With passion and curiosity

It was when he was working for a German organization whose mission was to promote conservation of the Wadden Sea – a coastal sea frequented by several species of seals and porpoises – that Christian Ramp discovered his passion for marine mammals. He then headed to New Zealand to complete a four-month internship on the Hector’s dolphin. With this experience under his belt, he decided to go back to school to study biology. He earned his master’s and Ph.D. at Germany’s University of Bremen, and completed his post-doctoral studies in 2012 at the University of St. Andrews in Scotland, on blue whale distribution and habitat use in the Gulf of St. Lawrence.

So how did his path cross that of MICS? It was in 1997 at a European Cetacean Society conference in Stralsund, Germany, that Christian first heard of this Quebec-based research group, founded and directed by Richard Sears. Intrigued, he sends in his internship application. He is hired a few months later and finds himself in the middle of the St. Lawrence and its whales!

Since 1997, Christian has occupied a number of roles and performed a variety of tasks within the team: supervision of field work, boat operation, photo taking, performance of biopsies, transmitter placement, blow sampling, applications for research permits, data analysis and authoring of scientific articles. He is also one of the team’s resource people: he is trained in disentanglement manoeuvres and is responsible for matching photos and registering new individuals in the St. Lawrence humpback and blue whale catalogues managed by MICS. Even today, he considers himself lucky to ply the St. Lawrence and spend hundreds of hours on the water amongst the whales. He also spent about 10 years working with cetaceans – predominantly blue whales – in Baja California and in the Azores.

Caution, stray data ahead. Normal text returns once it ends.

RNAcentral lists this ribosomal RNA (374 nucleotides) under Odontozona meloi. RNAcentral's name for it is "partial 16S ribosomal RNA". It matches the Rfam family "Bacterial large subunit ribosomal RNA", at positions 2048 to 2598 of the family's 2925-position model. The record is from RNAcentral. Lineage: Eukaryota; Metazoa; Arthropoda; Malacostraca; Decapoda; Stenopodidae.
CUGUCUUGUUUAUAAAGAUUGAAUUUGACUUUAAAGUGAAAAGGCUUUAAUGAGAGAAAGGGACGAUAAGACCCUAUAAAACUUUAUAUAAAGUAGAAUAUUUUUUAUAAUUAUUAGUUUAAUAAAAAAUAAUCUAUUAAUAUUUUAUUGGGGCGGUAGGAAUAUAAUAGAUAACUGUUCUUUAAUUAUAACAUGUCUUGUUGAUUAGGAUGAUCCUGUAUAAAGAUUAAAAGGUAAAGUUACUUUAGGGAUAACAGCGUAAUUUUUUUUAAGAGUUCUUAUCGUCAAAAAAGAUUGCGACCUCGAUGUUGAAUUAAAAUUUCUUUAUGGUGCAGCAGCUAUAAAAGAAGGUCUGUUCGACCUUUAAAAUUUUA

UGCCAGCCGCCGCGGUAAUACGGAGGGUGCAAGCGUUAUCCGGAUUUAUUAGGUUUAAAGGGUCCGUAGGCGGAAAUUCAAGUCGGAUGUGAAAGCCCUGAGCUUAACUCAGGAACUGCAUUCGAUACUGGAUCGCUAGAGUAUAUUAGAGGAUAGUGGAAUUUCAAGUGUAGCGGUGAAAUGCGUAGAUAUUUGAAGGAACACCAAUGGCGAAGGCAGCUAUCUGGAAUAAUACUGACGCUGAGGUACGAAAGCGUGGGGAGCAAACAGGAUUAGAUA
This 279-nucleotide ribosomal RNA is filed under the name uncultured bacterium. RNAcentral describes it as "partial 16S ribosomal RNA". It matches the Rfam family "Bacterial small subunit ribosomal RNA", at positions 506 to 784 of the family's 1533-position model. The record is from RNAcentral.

The distribution, movement and migratory patterns as well as the population dynamics of St. Lawrence rorquals constitute MICS’ primary areas of research. Of all these topics, Christian is most notably interested in population models and the reproductive success of these animals. In particular, he is curious to know how these giants are adapting to growing changes to their habitat, including those triggered by human activities. He has become quite interested in association pattern and social interaction of rorqual whales, as well as in the interaction of large whales and humans and general health assessment.

Latest update: September 2019